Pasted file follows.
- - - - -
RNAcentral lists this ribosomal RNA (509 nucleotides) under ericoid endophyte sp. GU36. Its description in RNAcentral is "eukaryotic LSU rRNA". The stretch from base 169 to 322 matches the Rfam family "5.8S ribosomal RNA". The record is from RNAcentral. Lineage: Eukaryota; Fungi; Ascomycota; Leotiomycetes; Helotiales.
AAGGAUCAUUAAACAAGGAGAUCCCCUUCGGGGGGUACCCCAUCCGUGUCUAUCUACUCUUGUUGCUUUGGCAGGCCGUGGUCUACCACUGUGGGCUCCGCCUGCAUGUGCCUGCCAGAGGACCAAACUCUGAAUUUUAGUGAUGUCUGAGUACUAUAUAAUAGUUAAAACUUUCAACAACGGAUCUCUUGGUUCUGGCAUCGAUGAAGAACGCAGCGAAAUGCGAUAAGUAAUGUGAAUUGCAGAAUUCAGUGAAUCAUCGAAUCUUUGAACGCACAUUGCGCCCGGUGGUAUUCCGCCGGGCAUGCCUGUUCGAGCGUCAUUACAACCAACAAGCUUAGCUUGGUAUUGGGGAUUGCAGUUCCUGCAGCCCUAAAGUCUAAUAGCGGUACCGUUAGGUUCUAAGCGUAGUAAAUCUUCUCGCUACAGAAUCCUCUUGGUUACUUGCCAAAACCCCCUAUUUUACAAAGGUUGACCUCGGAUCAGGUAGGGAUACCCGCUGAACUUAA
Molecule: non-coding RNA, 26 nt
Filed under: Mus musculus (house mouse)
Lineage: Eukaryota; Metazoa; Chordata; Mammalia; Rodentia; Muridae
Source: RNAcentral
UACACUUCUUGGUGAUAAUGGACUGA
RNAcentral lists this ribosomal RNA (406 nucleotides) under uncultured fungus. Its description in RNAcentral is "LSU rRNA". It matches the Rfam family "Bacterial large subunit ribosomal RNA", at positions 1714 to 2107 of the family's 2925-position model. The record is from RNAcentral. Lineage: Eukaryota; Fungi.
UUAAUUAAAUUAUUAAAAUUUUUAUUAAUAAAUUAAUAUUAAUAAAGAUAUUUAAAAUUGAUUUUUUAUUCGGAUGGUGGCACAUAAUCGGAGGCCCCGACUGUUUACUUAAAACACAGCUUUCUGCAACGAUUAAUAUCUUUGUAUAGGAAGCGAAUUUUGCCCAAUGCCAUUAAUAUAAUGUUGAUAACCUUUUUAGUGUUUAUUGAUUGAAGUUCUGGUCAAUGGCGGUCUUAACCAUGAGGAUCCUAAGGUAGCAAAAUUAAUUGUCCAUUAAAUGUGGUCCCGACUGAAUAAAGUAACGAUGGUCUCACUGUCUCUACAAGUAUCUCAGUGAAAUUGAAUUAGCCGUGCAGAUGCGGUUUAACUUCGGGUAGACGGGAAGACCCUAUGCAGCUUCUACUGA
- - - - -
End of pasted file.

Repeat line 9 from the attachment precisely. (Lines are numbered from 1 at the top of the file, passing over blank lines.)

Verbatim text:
UUAAUUAAAUUAUUAAAAUUUUUAUUAAUAAAUUAAUAUUAAUAAAGAUAUUUAAAAUUGAUUUUUUAUUCGGAUGGUGGCACAUAAUCGGAGGCCCCGACUGUUUACUUAAAACACAGCUUUCUGCAACGAUUAAUAUCUUUGUAUAGGAAGCGAAUUUUGCCCAAUGCCAUUAAUAUAAUGUUGAUAACCUUUUUAGUGUUUAUUGAUUGAAGUUCUGGUCAAUGGCGGUCUUAACCAUGAGGAUCCUAAGGUAGCAAAAUUAAUUGUCCAUUAAAUGUGGUCCCGACUGAAUAAAGUAACGAUGGUCUCACUGUCUCUACAAGUAUCUCAGUGAAAUUGAAUUAGCCGUGCAGAUGCGGUUUAACUUCGGGUAGACGGGAAGACCCUAUGCAGCUUCUACUGA